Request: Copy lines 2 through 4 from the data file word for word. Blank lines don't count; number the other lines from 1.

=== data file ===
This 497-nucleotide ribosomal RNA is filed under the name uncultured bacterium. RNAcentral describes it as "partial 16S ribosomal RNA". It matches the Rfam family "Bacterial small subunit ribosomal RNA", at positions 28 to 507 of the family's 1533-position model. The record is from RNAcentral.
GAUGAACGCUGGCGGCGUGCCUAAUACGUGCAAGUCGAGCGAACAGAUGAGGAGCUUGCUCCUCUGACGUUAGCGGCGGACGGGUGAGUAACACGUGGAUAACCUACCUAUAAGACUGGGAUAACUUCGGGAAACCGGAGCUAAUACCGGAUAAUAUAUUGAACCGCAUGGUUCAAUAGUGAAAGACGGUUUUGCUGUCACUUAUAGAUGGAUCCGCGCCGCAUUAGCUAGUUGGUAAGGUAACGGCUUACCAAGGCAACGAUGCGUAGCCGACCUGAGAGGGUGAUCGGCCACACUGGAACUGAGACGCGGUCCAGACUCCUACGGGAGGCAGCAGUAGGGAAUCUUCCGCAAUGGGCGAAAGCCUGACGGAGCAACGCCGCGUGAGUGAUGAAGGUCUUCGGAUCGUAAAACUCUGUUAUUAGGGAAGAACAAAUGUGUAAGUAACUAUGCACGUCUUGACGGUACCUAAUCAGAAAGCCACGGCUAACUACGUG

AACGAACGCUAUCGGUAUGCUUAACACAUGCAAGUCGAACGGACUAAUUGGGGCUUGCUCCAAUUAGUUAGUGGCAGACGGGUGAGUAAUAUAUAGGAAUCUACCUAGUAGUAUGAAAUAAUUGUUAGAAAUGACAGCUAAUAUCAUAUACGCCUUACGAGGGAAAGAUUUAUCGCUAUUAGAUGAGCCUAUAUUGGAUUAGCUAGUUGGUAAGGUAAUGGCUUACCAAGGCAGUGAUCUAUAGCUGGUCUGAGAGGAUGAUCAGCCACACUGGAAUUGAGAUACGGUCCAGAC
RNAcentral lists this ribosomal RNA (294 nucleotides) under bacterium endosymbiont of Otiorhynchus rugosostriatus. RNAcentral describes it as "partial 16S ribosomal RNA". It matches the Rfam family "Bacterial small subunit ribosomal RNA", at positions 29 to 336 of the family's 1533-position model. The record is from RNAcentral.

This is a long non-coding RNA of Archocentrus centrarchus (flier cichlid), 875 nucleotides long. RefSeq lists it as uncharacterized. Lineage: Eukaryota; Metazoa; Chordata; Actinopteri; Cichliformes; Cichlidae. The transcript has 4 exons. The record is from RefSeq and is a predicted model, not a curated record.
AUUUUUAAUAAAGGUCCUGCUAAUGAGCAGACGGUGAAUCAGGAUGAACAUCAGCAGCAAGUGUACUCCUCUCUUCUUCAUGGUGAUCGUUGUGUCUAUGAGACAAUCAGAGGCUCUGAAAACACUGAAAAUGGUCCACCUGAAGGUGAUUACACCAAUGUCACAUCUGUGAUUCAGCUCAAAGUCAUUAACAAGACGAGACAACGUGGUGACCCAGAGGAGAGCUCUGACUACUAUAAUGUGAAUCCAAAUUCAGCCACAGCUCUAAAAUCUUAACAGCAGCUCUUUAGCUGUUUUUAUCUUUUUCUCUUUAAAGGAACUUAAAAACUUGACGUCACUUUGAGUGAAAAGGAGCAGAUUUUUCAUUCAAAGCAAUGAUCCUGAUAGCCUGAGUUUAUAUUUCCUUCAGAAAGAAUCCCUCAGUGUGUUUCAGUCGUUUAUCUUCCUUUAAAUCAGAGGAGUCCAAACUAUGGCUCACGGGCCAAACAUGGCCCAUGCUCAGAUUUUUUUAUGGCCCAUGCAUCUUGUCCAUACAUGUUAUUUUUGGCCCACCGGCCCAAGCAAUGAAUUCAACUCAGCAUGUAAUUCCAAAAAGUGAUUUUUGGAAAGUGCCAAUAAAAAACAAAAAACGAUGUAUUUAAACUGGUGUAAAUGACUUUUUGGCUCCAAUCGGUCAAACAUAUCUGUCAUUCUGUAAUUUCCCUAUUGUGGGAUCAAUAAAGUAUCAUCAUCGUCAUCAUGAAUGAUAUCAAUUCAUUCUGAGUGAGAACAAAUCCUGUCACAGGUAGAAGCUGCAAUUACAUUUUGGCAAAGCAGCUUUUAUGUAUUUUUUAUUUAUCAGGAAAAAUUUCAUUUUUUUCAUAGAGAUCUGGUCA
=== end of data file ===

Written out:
GAUGAACGCUGGCGGCGUGCCUAAUACGUGCAAGUCGAGCGAACAGAUGAGGAGCUUGCUCCUCUGACGUUAGCGGCGGACGGGUGAGUAACACGUGGAUAACCUACCUAUAAGACUGGGAUAACUUCGGGAAACCGGAGCUAAUACCGGAUAAUAUAUUGAACCGCAUGGUUCAAUAGUGAAAGACGGUUUUGCUGUCACUUAUAGAUGGAUCCGCGCCGCAUUAGCUAGUUGGUAAGGUAACGGCUUACCAAGGCAACGAUGCGUAGCCGACCUGAGAGGGUGAUCGGCCACACUGGAACUGAGACGCGGUCCAGACUCCUACGGGAGGCAGCAGUAGGGAAUCUUCCGCAAUGGGCGAAAGCCUGACGGAGCAACGCCGCGUGAGUGAUGAAGGUCUUCGGAUCGUAAAACUCUGUUAUUAGGGAAGAACAAAUGUGUAAGUAACUAUGCACGUCUUGACGGUACCUAAUCAGAAAGCCACGGCUAACUACGUG

AACGAACGCUAUCGGUAUGCUUAACACAUGCAAGUCGAACGGACUAAUUGGGGCUUGCUCCAAUUAGUUAGUGGCAGACGGGUGAGUAAUAUAUAGGAAUCUACCUAGUAGUAUGAAAUAAUUGUUAGAAAUGACAGCUAAUAUCAUAUACGCCUUACGAGGGAAAGAUUUAUCGCUAUUAGAUGAGCCUAUAUUGGAUUAGCUAGUUGGUAAGGUAAUGGCUUACCAAGGCAGUGAUCUAUAGCUGGUCUGAGAGGAUGAUCAGCCACACUGGAAUUGAGAUACGGUCCAGAC
RNAcentral lists this ribosomal RNA (294 nucleotides) under bacterium endosymbiont of Otiorhynchus rugosostriatus. RNAcentral describes it as "partial 16S ribosomal RNA". It matches the Rfam family "Bacterial small subunit ribosomal RNA", at positions 29 to 336 of the family's 1533-position model. The record is from RNAcentral.